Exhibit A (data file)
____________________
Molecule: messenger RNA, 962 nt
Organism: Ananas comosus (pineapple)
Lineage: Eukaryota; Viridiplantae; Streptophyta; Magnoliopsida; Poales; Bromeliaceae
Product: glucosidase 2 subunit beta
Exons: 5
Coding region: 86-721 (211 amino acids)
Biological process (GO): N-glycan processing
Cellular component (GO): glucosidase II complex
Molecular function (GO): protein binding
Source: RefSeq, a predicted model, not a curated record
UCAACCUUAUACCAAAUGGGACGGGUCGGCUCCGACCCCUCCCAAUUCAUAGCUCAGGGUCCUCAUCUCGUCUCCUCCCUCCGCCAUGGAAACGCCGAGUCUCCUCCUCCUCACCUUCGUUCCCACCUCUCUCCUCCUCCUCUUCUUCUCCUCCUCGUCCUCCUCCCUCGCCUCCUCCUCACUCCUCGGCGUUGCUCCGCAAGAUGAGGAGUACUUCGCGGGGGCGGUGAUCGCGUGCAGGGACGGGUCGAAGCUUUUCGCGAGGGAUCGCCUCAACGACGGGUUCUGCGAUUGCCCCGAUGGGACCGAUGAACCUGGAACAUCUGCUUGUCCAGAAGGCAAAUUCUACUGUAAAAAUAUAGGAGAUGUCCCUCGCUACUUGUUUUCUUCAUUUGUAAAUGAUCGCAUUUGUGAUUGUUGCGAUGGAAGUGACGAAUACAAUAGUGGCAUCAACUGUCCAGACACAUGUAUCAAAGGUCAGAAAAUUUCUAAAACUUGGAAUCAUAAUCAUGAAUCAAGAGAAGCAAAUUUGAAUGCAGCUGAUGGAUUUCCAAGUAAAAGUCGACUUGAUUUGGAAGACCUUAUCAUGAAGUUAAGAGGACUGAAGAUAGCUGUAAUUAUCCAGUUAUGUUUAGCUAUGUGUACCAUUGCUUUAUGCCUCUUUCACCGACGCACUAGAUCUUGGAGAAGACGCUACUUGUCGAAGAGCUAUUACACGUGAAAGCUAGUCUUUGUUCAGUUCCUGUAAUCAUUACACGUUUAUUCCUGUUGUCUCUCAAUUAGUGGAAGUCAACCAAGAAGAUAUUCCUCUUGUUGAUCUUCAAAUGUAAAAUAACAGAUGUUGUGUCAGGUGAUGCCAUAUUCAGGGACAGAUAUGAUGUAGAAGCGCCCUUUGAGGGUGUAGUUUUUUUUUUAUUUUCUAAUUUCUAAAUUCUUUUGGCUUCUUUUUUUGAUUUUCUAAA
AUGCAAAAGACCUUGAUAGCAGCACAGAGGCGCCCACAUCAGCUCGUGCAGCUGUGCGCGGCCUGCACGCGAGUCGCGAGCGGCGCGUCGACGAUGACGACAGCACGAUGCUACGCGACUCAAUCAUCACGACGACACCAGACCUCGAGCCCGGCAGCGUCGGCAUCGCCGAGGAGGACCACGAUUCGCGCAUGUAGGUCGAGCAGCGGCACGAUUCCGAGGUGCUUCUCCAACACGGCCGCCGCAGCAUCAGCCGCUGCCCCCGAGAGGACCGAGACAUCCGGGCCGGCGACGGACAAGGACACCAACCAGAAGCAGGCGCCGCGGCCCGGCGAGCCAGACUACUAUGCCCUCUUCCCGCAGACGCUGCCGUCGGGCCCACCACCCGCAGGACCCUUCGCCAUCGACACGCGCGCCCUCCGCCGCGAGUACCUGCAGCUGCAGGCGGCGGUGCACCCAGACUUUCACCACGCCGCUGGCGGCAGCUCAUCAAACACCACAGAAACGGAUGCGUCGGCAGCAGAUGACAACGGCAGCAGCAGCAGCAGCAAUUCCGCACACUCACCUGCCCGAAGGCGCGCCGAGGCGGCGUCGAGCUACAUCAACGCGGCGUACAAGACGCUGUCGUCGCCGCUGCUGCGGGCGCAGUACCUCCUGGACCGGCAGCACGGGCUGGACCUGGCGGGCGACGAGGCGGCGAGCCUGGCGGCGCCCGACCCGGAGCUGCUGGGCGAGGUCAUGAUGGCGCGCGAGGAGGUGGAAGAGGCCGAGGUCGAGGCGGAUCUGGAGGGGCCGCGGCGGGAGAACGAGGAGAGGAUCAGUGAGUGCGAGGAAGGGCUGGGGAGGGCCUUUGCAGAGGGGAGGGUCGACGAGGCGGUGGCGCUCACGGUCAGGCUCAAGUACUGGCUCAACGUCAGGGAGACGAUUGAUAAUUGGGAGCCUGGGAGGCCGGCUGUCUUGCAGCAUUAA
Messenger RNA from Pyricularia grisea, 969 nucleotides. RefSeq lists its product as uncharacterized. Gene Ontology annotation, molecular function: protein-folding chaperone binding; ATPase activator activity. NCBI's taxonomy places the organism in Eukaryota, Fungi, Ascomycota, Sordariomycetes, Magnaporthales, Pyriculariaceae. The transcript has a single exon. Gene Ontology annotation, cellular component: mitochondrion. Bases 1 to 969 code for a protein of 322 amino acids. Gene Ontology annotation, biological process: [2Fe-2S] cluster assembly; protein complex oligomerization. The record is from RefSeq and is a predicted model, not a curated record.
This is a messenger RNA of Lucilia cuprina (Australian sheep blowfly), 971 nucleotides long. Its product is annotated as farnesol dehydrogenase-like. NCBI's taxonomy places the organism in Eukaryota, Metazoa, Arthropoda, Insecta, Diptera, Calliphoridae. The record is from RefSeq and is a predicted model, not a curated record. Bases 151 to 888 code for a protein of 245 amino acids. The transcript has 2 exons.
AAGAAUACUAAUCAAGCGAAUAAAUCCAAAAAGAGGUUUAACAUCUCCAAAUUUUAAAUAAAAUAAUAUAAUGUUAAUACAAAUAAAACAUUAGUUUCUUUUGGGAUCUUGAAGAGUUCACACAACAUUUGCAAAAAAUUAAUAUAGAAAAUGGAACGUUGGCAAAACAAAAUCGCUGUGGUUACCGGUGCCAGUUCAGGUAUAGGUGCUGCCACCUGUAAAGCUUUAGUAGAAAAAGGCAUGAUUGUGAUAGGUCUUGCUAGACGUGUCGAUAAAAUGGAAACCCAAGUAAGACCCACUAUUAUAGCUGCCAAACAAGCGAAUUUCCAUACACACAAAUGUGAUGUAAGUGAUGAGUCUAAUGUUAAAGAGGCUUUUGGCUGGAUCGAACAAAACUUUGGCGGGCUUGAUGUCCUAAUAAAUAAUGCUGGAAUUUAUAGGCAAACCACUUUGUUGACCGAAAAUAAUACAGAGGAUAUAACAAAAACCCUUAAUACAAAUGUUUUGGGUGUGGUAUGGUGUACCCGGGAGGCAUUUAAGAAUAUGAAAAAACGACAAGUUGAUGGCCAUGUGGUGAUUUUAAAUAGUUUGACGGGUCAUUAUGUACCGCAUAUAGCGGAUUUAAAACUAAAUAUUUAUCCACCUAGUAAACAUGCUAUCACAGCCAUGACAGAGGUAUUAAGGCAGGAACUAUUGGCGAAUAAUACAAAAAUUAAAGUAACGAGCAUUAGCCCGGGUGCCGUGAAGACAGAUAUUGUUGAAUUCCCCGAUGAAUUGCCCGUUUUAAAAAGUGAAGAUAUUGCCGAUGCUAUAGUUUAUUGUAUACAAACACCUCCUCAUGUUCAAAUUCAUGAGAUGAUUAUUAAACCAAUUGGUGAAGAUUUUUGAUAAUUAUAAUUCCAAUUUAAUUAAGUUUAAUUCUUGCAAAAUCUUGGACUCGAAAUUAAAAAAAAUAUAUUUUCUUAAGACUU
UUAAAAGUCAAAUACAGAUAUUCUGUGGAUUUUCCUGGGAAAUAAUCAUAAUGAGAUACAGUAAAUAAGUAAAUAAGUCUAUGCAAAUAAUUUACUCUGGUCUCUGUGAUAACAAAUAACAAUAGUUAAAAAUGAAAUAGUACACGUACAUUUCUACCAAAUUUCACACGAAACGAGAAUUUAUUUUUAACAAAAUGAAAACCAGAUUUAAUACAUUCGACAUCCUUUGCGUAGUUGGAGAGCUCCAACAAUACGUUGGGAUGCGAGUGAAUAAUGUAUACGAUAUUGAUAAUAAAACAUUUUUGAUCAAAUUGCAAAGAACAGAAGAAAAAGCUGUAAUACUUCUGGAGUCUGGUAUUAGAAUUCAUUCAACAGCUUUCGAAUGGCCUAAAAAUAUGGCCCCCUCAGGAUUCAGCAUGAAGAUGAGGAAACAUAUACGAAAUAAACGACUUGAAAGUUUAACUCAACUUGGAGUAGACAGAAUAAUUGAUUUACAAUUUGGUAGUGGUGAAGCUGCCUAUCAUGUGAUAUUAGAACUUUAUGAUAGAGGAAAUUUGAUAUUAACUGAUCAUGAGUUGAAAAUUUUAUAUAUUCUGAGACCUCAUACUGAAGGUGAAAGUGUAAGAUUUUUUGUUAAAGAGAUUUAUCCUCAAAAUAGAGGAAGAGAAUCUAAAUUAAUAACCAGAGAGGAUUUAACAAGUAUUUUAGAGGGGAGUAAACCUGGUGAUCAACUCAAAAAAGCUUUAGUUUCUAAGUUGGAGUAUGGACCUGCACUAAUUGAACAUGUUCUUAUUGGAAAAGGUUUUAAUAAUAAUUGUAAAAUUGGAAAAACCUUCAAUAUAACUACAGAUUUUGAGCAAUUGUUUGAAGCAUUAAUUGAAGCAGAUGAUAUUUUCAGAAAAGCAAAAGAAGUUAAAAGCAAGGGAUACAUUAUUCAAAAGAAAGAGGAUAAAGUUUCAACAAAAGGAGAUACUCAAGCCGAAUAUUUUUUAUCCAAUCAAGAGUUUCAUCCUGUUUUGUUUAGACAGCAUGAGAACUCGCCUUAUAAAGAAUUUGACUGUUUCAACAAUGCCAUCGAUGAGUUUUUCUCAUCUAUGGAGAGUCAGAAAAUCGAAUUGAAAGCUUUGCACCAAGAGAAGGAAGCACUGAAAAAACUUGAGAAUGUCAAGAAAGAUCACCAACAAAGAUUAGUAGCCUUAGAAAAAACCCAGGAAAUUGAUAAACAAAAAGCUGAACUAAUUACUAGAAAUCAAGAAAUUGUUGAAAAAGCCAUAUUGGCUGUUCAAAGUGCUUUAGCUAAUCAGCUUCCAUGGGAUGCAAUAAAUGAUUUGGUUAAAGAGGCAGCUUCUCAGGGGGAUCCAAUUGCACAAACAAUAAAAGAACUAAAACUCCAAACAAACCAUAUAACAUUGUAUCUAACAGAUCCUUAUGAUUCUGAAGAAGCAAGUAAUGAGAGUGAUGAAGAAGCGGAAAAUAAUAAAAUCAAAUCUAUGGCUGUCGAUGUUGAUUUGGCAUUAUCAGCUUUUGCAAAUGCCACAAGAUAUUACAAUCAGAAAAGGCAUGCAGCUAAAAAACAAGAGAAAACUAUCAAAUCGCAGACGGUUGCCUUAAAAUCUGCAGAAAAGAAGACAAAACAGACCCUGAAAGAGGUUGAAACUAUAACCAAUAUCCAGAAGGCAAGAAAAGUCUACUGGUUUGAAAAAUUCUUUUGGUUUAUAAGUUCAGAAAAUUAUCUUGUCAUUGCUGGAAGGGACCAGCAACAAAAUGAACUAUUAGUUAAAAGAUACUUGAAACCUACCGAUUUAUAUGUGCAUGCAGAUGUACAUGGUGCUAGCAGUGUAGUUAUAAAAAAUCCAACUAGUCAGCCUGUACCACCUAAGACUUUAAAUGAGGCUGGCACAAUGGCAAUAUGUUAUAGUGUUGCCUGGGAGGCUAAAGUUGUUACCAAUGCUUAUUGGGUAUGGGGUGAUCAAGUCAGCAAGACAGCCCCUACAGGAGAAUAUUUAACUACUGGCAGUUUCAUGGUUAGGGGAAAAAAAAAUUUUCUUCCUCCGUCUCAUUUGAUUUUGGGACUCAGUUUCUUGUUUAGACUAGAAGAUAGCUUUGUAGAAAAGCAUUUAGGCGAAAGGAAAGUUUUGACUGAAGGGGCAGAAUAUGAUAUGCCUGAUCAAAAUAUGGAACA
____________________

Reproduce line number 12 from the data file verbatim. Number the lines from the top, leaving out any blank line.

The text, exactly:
AUGCAAAAGACCUUGAUAGCAGCACAGAGGCGCCCACAUCAGCUCGUGCAGCUGUGCGCGGCCUGCACGCGAGUCGCGAGCGGCGCGUCGACGAUGACGACAGCACGAUGCUACGCGACUCAAUCAUCACGACGACACCAGACCUCGAGCCCGGCAGCGUCGGCAUCGCCGAGGAGGACCACGAUUCGCGCAUGUAGGUCGAGCAGCGGCACGAUUCCGAGGUGCUUCUCCAACACGGCCGCCGCAGCAUCAGCCGCUGCCCCCGAGAGGACCGAGACAUCCGGGCCGGCGACGGACAAGGACACCAACCAGAAGCAGGCGCCGCGGCCCGGCGAGCCAGACUACUAUGCCCUCUUCCCGCAGACGCUGCCGUCGGGCCCACCACCCGCAGGACCCUUCGCCAUCGACACGCGCGCCCUCCGCCGCGAGUACCUGCAGCUGCAGGCGGCGGUGCACCCAGACUUUCACCACGCCGCUGGCGGCAGCUCAUCAAACACCACAGAAACGGAUGCGUCGGCAGCAGAUGACAACGGCAGCAGCAGCAGCAGCAAUUCCGCACACUCACCUGCCCGAAGGCGCGCCGAGGCGGCGUCGAGCUACAUCAACGCGGCGUACAAGACGCUGUCGUCGCCGCUGCUGCGGGCGCAGUACCUCCUGGACCGGCAGCACGGGCUGGACCUGGCGGGCGACGAGGCGGCGAGCCUGGCGGCGCCCGACCCGGAGCUGCUGGGCGAGGUCAUGAUGGCGCGCGAGGAGGUGGAAGAGGCCGAGGUCGAGGCGGAUCUGGAGGGGCCGCGGCGGGAGAACGAGGAGAGGAUCAGUGAGUGCGAGGAAGGGCUGGGGAGGGCCUUUGCAGAGGGGAGGGUCGACGAGGCGGUGGCGCUCACGGUCAGGCUCAAGUACUGGCUCAACGUCAGGGAGACGAUUGAUAAUUGGGAGCCUGGGAGGCCGGCUGUCUUGCAGCAUUAA